“Because all of this has been contained to the well pad itself, I don't think at this point there's going to be significant environmental harm other than what is being released into the atmosphere, but at this early stage, I'm encouraged by what I've seen.”

Asked whether Pennsylvania should have a team similar to Wild Well in the state to respond more quickly to an emergency, Abruzzo said he didn't think the time it took Wild Well to get to the scene has been a factor. The team was reported to be at the site late Tuesday afternoon.

However, he said, the agency will know better after the fire is extinguished and an investigation is completed whether the time it took Wild Well to get on scene and extinguish the fire was an important factor.

He said he did believe first responders did an excellent job in addressing the emergency including state police, local fire companies and Chevron, which quickly brought in additional staff, as well as Wild Well to fight the blaze.

“It does seem, from what I can tell right now, this was a textbook response that we're looking for in a matter such as this, but I'll know better after we've really conducted a thorough after-action review.”

State Rep. Pam Snyder, D-Jefferson, also attended the briefing with Abruzzo.

“Everybody is doing everything they can to make sure this situation is contained, controlled and over with as soon as possible,” she said.

Others who were at the command center, she said, included representatives of the state police, state Department of Labor and Industry, federal Occupational Safety and Health Administration and Greene County Emergency Management Agency.

At the time of the explosion, preparations were being made to run tubing into the well, which is a step that is completed prior to bringing a well into production, the company said in a statement issued Wednesday. No drilling or fracking were being done at the time.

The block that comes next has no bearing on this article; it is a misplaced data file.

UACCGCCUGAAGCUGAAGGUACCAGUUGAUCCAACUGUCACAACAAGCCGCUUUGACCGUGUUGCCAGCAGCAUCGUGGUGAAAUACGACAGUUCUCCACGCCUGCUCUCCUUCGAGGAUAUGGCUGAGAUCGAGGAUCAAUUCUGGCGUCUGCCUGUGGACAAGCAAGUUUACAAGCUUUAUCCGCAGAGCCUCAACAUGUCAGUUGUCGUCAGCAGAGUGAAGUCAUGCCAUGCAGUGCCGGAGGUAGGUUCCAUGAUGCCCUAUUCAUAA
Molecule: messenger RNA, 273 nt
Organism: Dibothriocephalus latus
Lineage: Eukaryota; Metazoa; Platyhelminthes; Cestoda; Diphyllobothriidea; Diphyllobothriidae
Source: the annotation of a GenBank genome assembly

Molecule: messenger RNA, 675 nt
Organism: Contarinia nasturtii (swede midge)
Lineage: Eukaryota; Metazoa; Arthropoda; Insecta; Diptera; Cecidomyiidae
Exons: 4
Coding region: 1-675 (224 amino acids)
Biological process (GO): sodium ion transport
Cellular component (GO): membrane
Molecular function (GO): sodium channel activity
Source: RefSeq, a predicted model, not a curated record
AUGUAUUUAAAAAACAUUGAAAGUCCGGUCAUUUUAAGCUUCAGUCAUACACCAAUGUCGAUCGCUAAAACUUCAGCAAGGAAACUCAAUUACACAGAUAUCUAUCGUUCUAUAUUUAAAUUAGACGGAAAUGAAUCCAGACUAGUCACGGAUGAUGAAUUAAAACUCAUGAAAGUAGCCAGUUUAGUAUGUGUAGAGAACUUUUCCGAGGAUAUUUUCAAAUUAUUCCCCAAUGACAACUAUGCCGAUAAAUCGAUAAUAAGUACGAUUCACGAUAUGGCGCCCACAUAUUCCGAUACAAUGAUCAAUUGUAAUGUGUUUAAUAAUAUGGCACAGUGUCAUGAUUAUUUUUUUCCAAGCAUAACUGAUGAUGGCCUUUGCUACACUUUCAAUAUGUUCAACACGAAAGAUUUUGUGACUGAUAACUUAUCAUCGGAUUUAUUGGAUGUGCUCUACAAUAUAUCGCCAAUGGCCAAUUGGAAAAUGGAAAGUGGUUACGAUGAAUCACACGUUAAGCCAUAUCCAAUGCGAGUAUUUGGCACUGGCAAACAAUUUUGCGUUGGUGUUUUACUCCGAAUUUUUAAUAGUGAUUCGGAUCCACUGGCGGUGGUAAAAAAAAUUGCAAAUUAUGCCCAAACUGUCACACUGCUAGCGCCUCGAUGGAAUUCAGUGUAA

Nineteen workers were on the site, including one who suffered minor injuries and the missing worker, the company said.

“Our thoughts and prayers are with the families of these individuals,” the company said.

The company also said its plans include efforts to control the well by shutting off the flow of natural gas and taking appropriate procedures to protect the other wells on the pad.

“We are closely monitoring the status of the adjacent two wells and are developing contingency plans for those wells if necessary,” it said.

Chevron said it is working with local, state and federal agencies and emergency response organizations to assess the situation and respond to the incident and thanked state police and local fire companies for their support.

The company also said any residents who may have any concerns regarding the incident can call a Chevron toll-free line at 1-877-847-8408.

Bob Niedbala worked as a general assignment reporter for the newspaper for 27 years in the Greene County bureau. He received a bachelor’s degree in English from the University of Pittsburgh.